• Transport companies should consider design and operational ventilation improvements in these transport modes. The simplest improvement that bus companies could implement immediately is encouraging bus drivers to open both doors at each stop and thoroughly ventilating the bus at the end of each run.
  • Central/local government could also act to reduce crowding on bus/train services (eg, by expanding peak hour services and lowering the price for off-peak services).
  • In the meantime, passengers and staff wishing to avoid infection in these settings should wear masks and (for passengers), avoid travelling in buses and trains when crowded.

 


Appendix

Extra background on ventilation and the Covid-19 pandemic in NZ

In response to the Covid-19 pandemic, numerous public health experts in Aotearoa NZ have called for improvements in indoor ventilation,6-10 as have school principals.11 There has also been research on ventilation in schools,12 13 with a Ministry of Education study finding suboptimal ventilation 33.4% of the time.13 Poor ventilation has also been identified in a sample of early childhood centres.14 In response to such concerns, the NZ Ministry of Education in 2022 distributed more than 12,500 portable CO2 monitors to all state and state-integrated schools to help assess ventilation in these settings.”15

Additional method details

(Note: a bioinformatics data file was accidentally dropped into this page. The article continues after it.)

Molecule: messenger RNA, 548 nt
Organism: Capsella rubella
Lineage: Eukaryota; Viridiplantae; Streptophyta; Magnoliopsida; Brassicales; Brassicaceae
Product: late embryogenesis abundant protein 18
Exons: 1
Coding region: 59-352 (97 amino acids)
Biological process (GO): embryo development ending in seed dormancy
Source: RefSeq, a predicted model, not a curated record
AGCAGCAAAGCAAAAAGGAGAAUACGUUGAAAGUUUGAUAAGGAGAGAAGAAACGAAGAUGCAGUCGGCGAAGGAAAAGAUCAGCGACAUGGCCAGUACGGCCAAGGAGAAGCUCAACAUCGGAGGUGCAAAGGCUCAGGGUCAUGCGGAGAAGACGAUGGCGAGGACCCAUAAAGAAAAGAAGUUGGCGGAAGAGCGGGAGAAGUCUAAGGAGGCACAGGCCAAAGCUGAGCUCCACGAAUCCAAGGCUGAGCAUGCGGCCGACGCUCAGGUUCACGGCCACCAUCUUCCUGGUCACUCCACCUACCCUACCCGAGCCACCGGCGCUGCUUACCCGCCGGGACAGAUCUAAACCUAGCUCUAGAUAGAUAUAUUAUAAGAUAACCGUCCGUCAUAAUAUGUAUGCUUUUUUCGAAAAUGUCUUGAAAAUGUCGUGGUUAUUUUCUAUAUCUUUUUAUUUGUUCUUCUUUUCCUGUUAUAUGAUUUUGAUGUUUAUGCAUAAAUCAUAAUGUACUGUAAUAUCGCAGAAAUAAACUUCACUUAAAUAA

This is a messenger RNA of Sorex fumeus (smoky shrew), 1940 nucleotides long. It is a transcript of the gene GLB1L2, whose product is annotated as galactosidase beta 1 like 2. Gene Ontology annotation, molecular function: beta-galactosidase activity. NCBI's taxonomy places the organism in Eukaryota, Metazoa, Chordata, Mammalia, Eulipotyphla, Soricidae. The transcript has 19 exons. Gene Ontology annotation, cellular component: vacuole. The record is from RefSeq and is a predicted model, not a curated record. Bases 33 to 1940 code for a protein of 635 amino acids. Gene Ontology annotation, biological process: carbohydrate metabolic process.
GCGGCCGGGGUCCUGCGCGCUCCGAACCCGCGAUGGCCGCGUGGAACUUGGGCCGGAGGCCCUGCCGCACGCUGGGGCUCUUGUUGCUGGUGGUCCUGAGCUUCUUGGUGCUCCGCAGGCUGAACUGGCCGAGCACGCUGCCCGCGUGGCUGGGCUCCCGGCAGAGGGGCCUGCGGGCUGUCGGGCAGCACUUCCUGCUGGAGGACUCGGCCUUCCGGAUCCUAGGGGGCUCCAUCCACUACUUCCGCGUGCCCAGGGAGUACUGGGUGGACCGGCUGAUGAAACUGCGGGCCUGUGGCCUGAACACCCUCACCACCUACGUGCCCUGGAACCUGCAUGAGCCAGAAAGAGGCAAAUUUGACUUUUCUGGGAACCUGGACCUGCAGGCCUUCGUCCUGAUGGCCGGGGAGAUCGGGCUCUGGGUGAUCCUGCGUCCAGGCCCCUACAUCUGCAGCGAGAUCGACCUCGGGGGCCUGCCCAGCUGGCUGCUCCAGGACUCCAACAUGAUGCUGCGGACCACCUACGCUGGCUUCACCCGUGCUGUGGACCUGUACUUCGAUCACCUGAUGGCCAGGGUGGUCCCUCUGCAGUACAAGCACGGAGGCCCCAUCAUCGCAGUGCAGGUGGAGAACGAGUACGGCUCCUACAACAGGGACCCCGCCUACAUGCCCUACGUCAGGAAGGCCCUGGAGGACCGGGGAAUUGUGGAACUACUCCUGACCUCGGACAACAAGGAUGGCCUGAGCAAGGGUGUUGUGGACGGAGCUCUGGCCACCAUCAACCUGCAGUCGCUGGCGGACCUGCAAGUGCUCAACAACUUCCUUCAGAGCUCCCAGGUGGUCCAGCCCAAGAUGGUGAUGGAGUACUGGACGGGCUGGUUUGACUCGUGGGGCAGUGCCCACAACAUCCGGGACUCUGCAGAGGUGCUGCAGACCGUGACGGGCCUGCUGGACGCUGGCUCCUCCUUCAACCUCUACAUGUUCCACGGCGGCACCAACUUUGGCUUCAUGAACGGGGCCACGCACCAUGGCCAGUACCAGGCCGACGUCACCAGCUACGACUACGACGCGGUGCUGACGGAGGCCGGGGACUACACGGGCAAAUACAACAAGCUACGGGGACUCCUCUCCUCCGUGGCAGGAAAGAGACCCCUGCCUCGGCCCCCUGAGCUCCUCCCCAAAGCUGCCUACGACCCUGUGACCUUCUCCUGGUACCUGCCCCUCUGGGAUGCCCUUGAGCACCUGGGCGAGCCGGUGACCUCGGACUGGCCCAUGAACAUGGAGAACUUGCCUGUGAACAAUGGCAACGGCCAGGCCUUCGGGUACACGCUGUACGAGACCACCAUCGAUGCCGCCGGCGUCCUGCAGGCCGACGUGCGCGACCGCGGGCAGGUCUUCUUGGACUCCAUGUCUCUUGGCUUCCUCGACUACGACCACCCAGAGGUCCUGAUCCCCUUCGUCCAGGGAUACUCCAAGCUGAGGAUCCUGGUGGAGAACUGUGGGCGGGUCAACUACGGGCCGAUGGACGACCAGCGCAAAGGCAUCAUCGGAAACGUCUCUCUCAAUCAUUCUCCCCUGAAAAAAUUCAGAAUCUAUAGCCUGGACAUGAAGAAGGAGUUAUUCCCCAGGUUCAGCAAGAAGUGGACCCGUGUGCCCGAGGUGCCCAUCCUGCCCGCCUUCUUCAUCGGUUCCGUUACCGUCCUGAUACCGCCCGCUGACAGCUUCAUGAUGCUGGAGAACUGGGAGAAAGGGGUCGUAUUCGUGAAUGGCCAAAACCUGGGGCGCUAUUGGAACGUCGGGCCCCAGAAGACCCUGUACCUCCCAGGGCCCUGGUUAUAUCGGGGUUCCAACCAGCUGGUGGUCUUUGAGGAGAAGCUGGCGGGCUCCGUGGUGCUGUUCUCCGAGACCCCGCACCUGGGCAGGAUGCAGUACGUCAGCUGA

We collected data on CO2 levels (parts per million, ppm) with Aranet4 monitors, with sampling being a mix of convenience sampling and purposeful sampling (the latter to get data for low occupancy trips). For each trip we completed a standardised data form. Specific details are as follows:

  • At the start of the study all Aranet4 devices (v0.4.10) were calibrated using relatively unpolluted outdoor air (typically at around 417 ppm) as per the Aranet4 app settings (for smartphone apps). The devices were also set to make recordings at one-minute intervals.
  • We aimed to sit as close as to the middle of the bus/train carriage compartment as possible. We recorded the seat location where sitting eg, “in bus, row behind back door, right side by window”; “in train, middle of carriage, three rows back from door, window seat”.
  • During travel, the monitoring devices were positioned on top of a bag on the researchers lap, while obscured from public view with a magazine/smartphone. We recognise that ideally the device should have been 1 metre away from the nearest person – but this was not feasible in these settings. Hence, we purposefully collected some data in low occupancy trains and buses to allow for comparisons.